If these adorable family images of a beautiful new mother, her precious baby, and adoringly handsome husband don’t make advertisers take notice and see the beauty and business logic in using disability inclusive images in their campaigns, we clearly have a need to start applying some pressure to convince them.
Disability Inclusion is the last frontier on the bandwagon to bring diversity and equality to our Media landscape. PhotoAbility.net has demonstrated this concept exceptionally, with their Photo Library, that there are many willing, beautiful, strong, able, and positive examples of models whose imagery could easily cross over to mainstream advertising. There should no longer be any question of why or how they should be incorporating models with disabilities into magazine covers, marketing materials, websites, online publications, and anywhere else you see photos illustrating what is good, wholesome, sexy, and human. They will even produce custom shoots for those who want to produce exclusive images for their brand or projects.
So, next time you open a website, buy a magazine, or contribute to the success of a company's brand or product, ask yourself first, then ask those who make the creative decisions: Where are people with disabilities being represented?
These images, taken of model Bridget by photographer Tom Kershaw, should be gracing the pages of any baby, parenting, motherhood, woman's magazine, or family oriented website, yet when have you ever seen anything like them? If you have, share your examples on PhotoAbility.net's Facebook or Twitter pages, as we would love to promote those who do choose to showcase models with disabilities of all ages. We received one comment from a woman who has a disability and works within the advertising industry who shared this link: http://www.adweek.com/search/apachesolr_search/disability. While there has been some notable strides made in television advertising, it is evident that much more can and should be done.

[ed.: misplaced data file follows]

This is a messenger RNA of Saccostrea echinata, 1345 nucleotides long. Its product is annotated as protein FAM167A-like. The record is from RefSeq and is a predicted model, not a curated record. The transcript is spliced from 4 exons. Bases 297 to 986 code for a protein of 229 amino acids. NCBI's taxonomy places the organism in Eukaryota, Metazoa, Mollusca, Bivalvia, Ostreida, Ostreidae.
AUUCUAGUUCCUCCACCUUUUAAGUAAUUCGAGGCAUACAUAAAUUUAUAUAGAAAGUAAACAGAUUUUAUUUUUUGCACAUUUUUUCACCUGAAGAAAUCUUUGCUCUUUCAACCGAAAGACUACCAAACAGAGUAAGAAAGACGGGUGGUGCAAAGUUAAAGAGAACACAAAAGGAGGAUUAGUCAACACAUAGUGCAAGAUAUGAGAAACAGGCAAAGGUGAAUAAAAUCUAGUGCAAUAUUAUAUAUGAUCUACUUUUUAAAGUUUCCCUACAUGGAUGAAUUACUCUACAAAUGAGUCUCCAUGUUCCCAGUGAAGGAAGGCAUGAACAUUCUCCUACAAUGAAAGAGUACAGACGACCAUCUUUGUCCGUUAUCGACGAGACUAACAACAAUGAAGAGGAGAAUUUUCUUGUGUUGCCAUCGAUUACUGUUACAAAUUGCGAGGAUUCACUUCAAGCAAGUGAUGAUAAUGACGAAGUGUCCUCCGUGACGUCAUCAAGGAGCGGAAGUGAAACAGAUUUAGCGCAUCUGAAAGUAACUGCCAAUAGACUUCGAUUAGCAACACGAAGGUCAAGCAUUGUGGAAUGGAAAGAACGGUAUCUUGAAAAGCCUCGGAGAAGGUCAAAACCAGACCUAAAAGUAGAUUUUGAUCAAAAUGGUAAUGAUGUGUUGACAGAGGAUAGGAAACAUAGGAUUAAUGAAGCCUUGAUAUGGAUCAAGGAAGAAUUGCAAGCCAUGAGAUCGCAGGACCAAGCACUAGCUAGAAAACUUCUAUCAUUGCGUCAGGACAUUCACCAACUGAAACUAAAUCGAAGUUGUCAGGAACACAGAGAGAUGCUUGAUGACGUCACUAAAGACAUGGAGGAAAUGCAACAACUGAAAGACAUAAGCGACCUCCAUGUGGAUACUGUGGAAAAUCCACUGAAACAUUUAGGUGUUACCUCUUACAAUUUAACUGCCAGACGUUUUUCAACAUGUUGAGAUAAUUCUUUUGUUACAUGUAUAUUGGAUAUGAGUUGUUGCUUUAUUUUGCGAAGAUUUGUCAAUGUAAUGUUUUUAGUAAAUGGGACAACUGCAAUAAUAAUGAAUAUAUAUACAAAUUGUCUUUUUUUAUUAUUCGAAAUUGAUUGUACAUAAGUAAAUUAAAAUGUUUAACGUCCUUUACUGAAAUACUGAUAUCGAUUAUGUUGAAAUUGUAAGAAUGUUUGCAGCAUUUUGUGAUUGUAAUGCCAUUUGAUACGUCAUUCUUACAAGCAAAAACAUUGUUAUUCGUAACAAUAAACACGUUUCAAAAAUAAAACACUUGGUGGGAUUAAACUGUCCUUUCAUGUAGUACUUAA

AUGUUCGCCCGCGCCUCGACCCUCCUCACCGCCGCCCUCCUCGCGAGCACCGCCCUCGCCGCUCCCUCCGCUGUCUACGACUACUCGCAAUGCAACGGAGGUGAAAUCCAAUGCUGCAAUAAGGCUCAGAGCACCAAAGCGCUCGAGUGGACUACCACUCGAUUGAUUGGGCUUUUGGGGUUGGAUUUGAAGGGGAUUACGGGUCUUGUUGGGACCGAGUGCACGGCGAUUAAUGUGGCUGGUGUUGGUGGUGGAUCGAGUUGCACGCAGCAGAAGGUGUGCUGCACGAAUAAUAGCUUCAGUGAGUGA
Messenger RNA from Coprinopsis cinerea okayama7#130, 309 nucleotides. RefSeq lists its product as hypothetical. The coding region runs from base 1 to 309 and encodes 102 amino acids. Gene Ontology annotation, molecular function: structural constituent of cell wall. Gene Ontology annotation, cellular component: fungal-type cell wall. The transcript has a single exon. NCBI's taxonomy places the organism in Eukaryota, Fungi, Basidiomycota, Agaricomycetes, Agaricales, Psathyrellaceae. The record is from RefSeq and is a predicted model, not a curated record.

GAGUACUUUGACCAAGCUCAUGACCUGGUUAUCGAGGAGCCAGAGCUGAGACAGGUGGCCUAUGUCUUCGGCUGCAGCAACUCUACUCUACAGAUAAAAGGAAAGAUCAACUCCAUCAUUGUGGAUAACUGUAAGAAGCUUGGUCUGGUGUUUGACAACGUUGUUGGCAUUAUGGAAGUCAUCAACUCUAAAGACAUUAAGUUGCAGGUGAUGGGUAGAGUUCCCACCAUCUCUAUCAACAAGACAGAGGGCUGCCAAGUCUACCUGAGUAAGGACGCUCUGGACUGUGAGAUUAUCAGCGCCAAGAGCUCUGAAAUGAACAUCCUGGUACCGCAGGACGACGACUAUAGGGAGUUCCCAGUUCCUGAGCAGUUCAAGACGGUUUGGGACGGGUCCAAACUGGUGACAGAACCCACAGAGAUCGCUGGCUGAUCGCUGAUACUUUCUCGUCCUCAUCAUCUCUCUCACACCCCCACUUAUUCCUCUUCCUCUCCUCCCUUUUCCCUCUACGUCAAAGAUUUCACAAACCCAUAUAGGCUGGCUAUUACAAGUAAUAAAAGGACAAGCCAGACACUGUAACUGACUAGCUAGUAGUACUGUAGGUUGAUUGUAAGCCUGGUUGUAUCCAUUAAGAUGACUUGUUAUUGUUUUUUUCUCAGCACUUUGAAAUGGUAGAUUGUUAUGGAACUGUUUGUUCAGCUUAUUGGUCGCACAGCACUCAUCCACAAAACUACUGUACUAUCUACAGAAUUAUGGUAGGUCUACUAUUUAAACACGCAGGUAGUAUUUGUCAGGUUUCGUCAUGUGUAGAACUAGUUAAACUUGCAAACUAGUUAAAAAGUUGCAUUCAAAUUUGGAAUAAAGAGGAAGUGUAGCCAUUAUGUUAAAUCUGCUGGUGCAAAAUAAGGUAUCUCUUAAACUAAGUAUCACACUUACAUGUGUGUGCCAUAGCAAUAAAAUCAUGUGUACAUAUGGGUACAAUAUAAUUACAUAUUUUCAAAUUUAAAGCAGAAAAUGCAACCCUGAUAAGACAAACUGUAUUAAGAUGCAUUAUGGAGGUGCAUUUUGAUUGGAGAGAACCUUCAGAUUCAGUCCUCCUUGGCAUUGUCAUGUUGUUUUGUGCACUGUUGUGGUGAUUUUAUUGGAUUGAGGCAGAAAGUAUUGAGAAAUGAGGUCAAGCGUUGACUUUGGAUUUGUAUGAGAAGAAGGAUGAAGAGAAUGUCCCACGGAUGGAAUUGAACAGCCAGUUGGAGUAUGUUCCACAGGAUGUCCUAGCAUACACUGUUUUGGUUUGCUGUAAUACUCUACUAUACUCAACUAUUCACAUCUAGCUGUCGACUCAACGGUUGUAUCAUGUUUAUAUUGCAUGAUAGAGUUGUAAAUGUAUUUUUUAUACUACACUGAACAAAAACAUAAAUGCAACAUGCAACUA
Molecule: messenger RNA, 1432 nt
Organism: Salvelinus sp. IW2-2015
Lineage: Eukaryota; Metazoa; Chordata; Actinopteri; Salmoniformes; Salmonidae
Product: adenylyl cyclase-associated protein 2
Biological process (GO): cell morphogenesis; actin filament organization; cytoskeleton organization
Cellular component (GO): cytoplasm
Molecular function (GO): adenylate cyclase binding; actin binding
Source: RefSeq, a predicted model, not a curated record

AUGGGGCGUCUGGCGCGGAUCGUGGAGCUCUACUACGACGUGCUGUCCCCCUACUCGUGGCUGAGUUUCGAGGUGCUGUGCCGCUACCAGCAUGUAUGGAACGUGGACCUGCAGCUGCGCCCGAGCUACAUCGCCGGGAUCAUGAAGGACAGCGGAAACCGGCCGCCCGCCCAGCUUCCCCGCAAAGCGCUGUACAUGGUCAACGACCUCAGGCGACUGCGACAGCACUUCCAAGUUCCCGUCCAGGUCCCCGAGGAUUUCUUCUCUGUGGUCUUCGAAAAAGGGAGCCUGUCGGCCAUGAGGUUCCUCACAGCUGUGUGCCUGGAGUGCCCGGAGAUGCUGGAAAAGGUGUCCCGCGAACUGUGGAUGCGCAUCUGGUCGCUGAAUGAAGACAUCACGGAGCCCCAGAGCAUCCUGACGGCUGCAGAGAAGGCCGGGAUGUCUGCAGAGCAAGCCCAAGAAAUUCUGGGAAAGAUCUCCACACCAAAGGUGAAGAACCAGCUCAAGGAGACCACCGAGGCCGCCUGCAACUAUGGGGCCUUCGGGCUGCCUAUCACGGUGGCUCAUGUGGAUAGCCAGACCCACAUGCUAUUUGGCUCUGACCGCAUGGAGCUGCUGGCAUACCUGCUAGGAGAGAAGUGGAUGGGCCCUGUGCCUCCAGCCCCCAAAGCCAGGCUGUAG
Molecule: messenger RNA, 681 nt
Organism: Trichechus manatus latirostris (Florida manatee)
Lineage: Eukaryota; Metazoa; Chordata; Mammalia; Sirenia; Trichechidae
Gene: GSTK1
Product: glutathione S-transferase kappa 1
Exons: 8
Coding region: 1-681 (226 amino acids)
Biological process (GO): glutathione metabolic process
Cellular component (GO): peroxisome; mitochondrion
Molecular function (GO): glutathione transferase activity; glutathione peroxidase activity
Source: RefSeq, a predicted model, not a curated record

Stock images are used by creatives in advertising, design, and publishing communities to tell a story and bring life, beauty, and visual meaning and attractiveness to projects. Stock images of people with disabilities have historically been mostly sad, depressing, and based on a medical model of need and helplessness. They are most often seen, in contrast, to inspire those without disabilities by showing "hero images" that incite patronization and pitying. "Look at that poor, less than the able-bodied person doing something athletic or being happy, and thus inspiring me that my life is not so bad." This messaging is referred to as "Disability Porn", and is best known to be brought to life by the late Australian comedian Stella Young. More on this concept can be explored in this article.
Lifestyle images that do not elicit sympathy or "inspiration" but show real people, living real lives that are just like everyone else are what these photographs represent, and is how we need to be depicted to move forward and create an atmosphere of acceptance and true inclusion.
See Bridget's full Family Photoshoot Gallery on PhotoAbility.net, and be sure to share and support the effort, time, and talent of the models and the photographers who founded this groundbreaking work, and let them know that it was well worth their investment.
Let's all work to make #disabilityInclusiveImagery the new trend as #WeAreMarketAble!
Kudos to the photographer Tom Kershaw, who leads the way in showing the style, form and substance in showcasing the joy of motherhood in this crafted lifestyle shoot. It not only captures the love surrounding a newborn child but it also subtly showcases the home adaptations for the wheelchair using mother.
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